I need help proving two Trig identities! (1 Viewer)

Users Who Are Viewing This Thread (Users: 0, Guests: 1)

1. Cos x (sec x + cos x csc^2 x) = csc^2 x

I got as far as this.... 1 + cos^2 + cos/sin^2 = csc^2

2. tan x(sin x + cot x cos x) = sec x
 
446
0
1. Change everything on the left into terms of cos and sin. Then distribute the cosx, after that try to combine anything you can, change anything you can to tanx, etc.

2. Again, change everything you can into sin and cos first, then distribute.

A few of the most important things to keep in mind are, when you are done with simplifying things and whatnot, if something is a fraction, combine the terms. In such trig identities, one of the most used basic definitions is tanx=sinx/cosx
 
Last edited:

0rthodontist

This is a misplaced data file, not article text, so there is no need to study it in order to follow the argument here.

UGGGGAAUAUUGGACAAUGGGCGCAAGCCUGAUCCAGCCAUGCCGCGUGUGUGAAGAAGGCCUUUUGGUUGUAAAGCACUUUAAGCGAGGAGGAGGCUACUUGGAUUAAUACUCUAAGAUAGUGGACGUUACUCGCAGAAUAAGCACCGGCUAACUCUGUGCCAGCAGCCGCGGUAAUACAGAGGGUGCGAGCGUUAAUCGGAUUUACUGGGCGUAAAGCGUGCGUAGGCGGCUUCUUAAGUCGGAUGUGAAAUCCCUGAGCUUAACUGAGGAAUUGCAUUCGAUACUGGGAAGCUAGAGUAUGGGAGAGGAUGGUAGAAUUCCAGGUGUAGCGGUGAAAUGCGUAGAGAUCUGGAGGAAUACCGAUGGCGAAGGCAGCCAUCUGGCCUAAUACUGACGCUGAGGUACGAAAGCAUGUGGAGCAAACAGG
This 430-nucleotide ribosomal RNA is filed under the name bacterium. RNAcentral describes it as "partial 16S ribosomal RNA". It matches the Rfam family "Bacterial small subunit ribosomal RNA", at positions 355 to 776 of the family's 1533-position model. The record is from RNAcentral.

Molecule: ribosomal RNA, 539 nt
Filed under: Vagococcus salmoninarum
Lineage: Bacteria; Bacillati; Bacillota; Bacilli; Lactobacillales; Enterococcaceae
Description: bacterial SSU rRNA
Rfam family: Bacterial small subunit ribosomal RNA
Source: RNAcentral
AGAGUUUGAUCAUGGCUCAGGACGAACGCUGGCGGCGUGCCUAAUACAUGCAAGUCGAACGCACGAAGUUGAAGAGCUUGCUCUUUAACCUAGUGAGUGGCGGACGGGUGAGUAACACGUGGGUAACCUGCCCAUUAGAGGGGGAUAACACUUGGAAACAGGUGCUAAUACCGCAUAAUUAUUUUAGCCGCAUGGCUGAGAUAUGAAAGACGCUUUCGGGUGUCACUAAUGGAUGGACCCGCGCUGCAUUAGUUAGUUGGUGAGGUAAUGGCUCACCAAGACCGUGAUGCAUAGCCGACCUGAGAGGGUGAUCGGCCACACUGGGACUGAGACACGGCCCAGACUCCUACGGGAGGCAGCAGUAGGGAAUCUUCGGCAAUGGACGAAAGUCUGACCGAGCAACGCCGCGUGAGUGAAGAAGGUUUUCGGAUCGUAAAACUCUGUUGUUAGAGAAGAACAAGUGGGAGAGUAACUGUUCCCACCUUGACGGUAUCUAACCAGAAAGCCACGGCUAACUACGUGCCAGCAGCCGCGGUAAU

Science Advisor
1,230
0
xxiangel said:
I got as far as this.... 1 + cos^2 + cos/sin^2 = csc^2
Well, you made a mistake somewhere. Substitute in some random angle and you can see that this is not true.
 
hey you, i got this
cosX(secX+cosXcsc^2X)=csc^2x
just solve the left side
cosX[(1/cosX)+(cosx/sin^2X)]=csc^2X
then multiply ,so...
cosX(1/cosX)+cosX(cosX/sin^2X)=csc^2X
1+cot^2X=csc^2X
since 1+cot^2X one of the trig identity which equals
to csc^2X, problem solved
 
For the future, mrtkawa, have the original poster attempt his/her own work instead of providing the full solution.
 
I was able to solve this till 1+cot^2 = Csc^2 , but do you just use pythagorean identity to fine the identity or what? How are these two equal?
 
for 2.

change everything to cos and sin

SinX/CosX[SinX + CosX/SinX(CosX)] = 1/Cosx

work inside the bracket now.

Cosx/sinx(cosx) = cos^2x/sinx
SinX + Cos^2x/Sinx Now get common denominators
you should notice something and be able to work from there.
 

The Physics Forums Way

We Value Quality
• Topics based on mainstream science
• Proper English grammar and spelling
We Value Civility
• Positive and compassionate attitudes
• Patience while debating
We Value Productivity
• Disciplined to remain on-topic
• Recognition of own weaknesses
• Solo and co-op problem solving
Top